I decided to perform some more thorough testing on the Transcend card using a Linux system. I decided to examine the sequential write performance of the entire card. For this, I started KDE System Monitor and configured it to plot the read and write speeds on the device. I then used dd to write zeros to the entire card, using sequential writes in 4MB blocks. I also repeated the test with 4kB blocks. Given that this type of test bypasses any filesystem fragmentation issues, a Class 6 card must never write slower than 6MB/s - on any part of the media. As you can see from the attached screen shots, the card performed to specification only in certain areas. There are a number of occasions where the write performance is well below the requirement of a Classs 6 device.
Interestingly enough, the areas of poor performance do not appear in exactly the same locations between tests and also do not seem to be of the same size. I have no definitive explanation for this, but I guess it could be due to something like a wear levelling algorithm being applied, or perhaps bad block re-mapping. Then again, it could be some other issue that's more intermittent and the slowdown is a result of multiple retries and error detection and correction algorithms doing their work. I guess the manufacturer will have means of pinpointing the issue more accurately, but it's unlikely that they would report the root cause back to the end users. Still, it would be educational to find out what goes wrong in memory cards.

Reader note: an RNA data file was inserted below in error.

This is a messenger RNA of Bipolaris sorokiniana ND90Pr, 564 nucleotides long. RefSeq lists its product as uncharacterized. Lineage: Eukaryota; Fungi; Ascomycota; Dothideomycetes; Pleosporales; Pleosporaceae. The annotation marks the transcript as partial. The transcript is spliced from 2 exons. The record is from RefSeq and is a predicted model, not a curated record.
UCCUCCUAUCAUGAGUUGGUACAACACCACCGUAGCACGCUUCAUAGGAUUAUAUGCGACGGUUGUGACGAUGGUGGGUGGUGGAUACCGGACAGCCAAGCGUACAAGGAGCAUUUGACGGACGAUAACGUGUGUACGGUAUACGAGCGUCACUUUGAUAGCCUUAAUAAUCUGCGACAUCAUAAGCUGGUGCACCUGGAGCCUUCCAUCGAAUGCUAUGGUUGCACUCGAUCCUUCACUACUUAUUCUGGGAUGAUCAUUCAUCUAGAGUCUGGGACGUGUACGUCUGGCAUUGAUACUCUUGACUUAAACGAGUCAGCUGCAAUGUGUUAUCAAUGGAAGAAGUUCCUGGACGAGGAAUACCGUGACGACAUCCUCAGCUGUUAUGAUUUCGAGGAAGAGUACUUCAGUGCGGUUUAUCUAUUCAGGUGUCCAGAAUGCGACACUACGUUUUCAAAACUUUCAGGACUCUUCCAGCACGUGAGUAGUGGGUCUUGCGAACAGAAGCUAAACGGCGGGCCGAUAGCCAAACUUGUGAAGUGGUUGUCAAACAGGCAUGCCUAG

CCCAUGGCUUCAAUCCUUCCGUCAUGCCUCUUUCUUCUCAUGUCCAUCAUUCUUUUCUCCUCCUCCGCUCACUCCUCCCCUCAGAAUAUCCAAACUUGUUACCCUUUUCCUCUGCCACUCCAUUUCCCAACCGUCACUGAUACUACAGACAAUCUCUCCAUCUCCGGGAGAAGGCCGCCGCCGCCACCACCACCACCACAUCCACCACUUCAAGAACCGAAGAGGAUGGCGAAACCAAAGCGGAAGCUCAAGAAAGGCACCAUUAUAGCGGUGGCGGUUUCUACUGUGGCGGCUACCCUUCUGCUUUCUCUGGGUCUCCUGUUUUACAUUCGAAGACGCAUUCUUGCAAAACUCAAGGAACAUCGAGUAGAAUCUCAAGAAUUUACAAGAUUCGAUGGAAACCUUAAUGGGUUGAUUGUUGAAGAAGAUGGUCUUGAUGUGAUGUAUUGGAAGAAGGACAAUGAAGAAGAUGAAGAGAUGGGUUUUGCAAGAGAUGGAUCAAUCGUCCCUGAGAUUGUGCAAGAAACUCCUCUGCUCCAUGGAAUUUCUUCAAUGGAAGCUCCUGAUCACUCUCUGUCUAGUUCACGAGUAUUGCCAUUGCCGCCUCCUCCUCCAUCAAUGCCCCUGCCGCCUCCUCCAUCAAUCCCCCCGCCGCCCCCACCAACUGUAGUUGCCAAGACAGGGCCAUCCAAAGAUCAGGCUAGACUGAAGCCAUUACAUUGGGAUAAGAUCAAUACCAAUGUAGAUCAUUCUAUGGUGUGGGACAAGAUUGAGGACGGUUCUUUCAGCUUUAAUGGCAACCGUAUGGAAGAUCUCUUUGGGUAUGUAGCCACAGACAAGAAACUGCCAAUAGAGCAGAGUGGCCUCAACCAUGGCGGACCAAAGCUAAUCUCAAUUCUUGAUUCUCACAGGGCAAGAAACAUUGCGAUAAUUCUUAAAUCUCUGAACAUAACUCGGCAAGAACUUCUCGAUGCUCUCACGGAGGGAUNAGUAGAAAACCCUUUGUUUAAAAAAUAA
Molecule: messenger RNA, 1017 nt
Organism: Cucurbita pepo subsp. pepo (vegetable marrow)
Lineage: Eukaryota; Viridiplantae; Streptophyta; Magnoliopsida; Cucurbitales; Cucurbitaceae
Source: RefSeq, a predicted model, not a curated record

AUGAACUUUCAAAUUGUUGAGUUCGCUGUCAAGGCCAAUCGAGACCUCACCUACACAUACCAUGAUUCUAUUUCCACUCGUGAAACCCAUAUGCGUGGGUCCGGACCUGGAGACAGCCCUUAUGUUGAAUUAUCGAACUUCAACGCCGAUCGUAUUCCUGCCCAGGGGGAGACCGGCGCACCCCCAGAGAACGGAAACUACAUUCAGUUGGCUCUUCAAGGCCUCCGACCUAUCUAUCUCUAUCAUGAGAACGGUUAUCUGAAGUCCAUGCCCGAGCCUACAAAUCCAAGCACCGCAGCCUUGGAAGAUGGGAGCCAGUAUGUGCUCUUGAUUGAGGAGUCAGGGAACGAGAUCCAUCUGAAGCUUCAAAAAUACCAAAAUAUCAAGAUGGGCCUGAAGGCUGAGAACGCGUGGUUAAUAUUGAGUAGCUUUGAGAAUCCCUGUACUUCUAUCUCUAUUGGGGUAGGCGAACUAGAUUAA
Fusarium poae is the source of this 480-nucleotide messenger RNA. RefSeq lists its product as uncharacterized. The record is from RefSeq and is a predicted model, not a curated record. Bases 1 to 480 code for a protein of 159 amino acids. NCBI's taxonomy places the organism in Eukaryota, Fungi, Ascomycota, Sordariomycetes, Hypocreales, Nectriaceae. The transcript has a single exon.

Transcend offer a Lifetime Warranty on their cards, so I will contact their technical support to request a replacement. I've tried to use their on-line RMA form, but it seems that this is only available to customers in USA. We'll see how well Transcend looks after their Australian customers - I'm about to contact their technical support in Taiwan.
|Transcend 32GB Class 6 SDHC write performance - sequential 4MB writes.|
|Transcend 32GB Class 6 SDHC write performance - sequential 4kB writes.|